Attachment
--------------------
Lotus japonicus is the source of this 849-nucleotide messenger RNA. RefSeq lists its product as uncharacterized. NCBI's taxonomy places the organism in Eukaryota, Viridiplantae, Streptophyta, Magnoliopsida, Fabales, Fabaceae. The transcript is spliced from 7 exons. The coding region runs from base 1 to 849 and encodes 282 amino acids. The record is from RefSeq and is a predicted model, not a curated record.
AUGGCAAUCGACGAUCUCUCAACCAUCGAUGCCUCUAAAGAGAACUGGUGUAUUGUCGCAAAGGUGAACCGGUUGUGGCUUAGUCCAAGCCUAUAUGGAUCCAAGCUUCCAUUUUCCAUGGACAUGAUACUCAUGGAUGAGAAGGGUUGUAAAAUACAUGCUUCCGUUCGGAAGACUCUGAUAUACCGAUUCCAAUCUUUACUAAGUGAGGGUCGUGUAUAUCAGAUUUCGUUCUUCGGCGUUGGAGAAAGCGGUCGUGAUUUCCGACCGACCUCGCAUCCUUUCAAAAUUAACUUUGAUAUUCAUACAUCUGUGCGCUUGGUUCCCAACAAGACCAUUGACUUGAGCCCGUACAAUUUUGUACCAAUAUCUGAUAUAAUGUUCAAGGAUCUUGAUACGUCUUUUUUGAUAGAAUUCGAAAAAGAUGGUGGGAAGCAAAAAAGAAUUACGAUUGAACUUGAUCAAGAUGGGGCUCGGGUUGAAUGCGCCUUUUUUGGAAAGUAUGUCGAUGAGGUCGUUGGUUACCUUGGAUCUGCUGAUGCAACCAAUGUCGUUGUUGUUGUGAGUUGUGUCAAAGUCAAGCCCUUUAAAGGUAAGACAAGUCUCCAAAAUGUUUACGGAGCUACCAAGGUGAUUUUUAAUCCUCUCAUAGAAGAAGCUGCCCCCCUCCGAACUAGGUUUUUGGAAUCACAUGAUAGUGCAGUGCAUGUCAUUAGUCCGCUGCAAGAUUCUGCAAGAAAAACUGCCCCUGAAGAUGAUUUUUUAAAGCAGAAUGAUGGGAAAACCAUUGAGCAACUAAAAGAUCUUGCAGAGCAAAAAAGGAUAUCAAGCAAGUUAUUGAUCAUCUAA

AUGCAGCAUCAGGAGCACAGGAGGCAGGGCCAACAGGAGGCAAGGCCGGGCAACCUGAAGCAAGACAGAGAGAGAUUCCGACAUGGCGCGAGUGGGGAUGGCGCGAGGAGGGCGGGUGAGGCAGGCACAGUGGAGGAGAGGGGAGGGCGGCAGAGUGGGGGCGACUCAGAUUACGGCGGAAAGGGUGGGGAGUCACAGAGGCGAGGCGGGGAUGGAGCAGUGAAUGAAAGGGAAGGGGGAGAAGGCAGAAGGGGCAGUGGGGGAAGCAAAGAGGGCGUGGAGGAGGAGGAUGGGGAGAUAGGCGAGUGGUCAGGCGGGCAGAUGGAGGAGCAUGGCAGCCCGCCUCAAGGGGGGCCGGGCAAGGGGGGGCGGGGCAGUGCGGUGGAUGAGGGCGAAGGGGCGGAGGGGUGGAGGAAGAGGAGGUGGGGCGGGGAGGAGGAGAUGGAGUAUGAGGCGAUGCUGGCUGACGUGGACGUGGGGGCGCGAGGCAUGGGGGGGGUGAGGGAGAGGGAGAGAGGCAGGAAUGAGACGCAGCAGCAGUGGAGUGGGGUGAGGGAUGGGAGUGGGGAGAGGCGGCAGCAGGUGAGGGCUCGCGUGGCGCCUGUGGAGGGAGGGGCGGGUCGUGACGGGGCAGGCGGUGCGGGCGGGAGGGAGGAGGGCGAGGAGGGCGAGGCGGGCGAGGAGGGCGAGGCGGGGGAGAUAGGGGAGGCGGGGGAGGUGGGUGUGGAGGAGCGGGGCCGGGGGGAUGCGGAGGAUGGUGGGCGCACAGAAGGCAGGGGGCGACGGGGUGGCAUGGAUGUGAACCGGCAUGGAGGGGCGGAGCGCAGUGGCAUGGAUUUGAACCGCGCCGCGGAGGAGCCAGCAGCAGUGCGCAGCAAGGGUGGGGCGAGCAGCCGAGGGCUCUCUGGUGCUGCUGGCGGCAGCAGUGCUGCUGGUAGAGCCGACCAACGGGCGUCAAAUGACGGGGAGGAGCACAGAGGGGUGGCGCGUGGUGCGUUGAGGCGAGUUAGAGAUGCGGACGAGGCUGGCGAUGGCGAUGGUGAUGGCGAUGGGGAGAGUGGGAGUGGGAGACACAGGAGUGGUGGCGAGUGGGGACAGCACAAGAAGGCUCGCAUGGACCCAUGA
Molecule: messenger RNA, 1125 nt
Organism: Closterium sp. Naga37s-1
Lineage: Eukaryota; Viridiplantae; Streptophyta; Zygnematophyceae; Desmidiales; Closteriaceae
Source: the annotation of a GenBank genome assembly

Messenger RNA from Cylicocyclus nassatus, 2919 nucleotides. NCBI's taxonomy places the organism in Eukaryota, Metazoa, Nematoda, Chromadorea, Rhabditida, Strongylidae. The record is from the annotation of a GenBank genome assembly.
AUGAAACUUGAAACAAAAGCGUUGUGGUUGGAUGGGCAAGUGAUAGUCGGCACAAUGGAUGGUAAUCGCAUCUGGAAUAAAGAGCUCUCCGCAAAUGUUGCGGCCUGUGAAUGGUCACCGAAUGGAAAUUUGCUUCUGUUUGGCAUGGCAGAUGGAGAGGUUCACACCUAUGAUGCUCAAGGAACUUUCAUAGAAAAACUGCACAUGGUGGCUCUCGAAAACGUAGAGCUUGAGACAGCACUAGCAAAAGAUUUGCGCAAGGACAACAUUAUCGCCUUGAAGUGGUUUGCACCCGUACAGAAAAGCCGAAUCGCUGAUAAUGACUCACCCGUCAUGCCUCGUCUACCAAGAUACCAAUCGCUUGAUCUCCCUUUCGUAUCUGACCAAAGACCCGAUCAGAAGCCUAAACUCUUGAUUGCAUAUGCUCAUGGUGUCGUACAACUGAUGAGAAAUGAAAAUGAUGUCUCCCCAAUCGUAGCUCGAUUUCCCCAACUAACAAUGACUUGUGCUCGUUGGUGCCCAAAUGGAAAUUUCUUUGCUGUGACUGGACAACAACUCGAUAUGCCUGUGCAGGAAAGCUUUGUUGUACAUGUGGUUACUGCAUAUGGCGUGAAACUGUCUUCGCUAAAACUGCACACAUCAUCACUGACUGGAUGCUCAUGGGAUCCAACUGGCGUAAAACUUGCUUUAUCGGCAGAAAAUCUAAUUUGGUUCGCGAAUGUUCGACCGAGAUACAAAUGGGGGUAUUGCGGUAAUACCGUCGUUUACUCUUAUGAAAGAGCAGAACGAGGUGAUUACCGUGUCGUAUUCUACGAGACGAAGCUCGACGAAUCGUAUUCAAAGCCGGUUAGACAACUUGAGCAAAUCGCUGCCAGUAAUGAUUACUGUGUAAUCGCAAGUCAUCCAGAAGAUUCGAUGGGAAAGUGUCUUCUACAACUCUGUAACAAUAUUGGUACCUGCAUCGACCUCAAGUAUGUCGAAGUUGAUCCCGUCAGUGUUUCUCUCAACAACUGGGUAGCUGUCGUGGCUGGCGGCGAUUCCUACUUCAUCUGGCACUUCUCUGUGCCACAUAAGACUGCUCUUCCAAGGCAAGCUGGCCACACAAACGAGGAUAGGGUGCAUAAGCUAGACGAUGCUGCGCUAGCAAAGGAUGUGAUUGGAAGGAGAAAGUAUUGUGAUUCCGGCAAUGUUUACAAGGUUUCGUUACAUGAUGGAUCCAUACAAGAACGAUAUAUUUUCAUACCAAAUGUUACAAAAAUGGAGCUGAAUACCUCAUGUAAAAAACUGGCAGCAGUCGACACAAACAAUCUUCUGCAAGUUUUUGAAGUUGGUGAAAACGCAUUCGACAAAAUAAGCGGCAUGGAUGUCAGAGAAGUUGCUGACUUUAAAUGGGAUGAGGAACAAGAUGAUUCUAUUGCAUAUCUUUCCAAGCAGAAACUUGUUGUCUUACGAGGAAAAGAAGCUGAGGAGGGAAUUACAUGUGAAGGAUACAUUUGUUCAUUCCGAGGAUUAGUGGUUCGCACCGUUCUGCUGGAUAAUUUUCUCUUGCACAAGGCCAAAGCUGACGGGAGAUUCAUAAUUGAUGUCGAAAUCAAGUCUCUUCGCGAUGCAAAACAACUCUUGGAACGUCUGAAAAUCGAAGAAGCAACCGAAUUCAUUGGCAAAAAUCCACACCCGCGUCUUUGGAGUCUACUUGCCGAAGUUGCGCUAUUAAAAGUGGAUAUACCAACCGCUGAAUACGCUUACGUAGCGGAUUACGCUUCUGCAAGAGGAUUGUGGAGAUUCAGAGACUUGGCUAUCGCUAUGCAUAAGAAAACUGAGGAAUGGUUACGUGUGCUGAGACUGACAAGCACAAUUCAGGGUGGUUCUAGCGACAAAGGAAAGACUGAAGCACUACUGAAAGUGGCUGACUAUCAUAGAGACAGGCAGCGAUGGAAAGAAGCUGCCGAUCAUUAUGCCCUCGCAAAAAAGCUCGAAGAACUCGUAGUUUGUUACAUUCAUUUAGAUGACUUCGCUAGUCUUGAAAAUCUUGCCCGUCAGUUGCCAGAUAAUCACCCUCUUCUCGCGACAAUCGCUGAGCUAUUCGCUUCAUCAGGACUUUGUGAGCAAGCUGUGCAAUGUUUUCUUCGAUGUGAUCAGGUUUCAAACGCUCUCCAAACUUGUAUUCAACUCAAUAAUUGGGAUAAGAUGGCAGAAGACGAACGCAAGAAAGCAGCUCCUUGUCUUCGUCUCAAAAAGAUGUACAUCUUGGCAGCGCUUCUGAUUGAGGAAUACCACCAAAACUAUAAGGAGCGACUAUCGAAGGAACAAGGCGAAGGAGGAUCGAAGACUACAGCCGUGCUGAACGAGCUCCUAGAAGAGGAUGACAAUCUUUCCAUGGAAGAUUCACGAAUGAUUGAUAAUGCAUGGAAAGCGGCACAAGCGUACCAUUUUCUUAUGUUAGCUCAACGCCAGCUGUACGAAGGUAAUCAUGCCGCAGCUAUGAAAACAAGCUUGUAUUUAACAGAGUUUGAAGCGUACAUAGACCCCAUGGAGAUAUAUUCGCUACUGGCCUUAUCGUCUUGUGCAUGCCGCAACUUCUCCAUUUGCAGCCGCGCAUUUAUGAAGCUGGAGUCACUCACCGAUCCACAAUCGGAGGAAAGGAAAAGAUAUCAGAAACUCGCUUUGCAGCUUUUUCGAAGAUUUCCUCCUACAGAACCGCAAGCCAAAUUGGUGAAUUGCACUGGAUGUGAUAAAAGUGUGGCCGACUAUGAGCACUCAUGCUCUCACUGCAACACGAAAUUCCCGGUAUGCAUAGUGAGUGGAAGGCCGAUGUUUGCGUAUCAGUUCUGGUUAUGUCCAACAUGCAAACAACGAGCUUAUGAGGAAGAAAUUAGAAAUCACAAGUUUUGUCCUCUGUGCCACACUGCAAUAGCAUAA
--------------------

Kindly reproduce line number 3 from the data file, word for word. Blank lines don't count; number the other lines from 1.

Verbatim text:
AUGCAGCAUCAGGAGCACAGGAGGCAGGGCCAACAGGAGGCAAGGCCGGGCAACCUGAAGCAAGACAGAGAGAGAUUCCGACAUGGCGCGAGUGGGGAUGGCGCGAGGAGGGCGGGUGAGGCAGGCACAGUGGAGGAGAGGGGAGGGCGGCAGAGUGGGGGCGACUCAGAUUACGGCGGAAAGGGUGGGGAGUCACAGAGGCGAGGCGGGGAUGGAGCAGUGAAUGAAAGGGAAGGGGGAGAAGGCAGAAGGGGCAGUGGGGGAAGCAAAGAGGGCGUGGAGGAGGAGGAUGGGGAGAUAGGCGAGUGGUCAGGCGGGCAGAUGGAGGAGCAUGGCAGCCCGCCUCAAGGGGGGCCGGGCAAGGGGGGGCGGGGCAGUGCGGUGGAUGAGGGCGAAGGGGCGGAGGGGUGGAGGAAGAGGAGGUGGGGCGGGGAGGAGGAGAUGGAGUAUGAGGCGAUGCUGGCUGACGUGGACGUGGGGGCGCGAGGCAUGGGGGGGGUGAGGGAGAGGGAGAGAGGCAGGAAUGAGACGCAGCAGCAGUGGAGUGGGGUGAGGGAUGGGAGUGGGGAGAGGCGGCAGCAGGUGAGGGCUCGCGUGGCGCCUGUGGAGGGAGGGGCGGGUCGUGACGGGGCAGGCGGUGCGGGCGGGAGGGAGGAGGGCGAGGAGGGCGAGGCGGGCGAGGAGGGCGAGGCGGGGGAGAUAGGGGAGGCGGGGGAGGUGGGUGUGGAGGAGCGGGGCCGGGGGGAUGCGGAGGAUGGUGGGCGCACAGAAGGCAGGGGGCGACGGGGUGGCAUGGAUGUGAACCGGCAUGGAGGGGCGGAGCGCAGUGGCAUGGAUUUGAACCGCGCCGCGGAGGAGCCAGCAGCAGUGCGCAGCAAGGGUGGGGCGAGCAGCCGAGGGCUCUCUGGUGCUGCUGGCGGCAGCAGUGCUGCUGGUAGAGCCGACCAACGGGCGUCAAAUGACGGGGAGGAGCACAGAGGGGUGGCGCGUGGUGCGUUGAGGCGAGUUAGAGAUGCGGACGAGGCUGGCGAUGGCGAUGGUGAUGGCGAUGGGGAGAGUGGGAGUGGGAGACACAGGAGUGGUGGCGAGUGGGGACAGCACAAGAAGGCUCGCAUGGACCCAUGA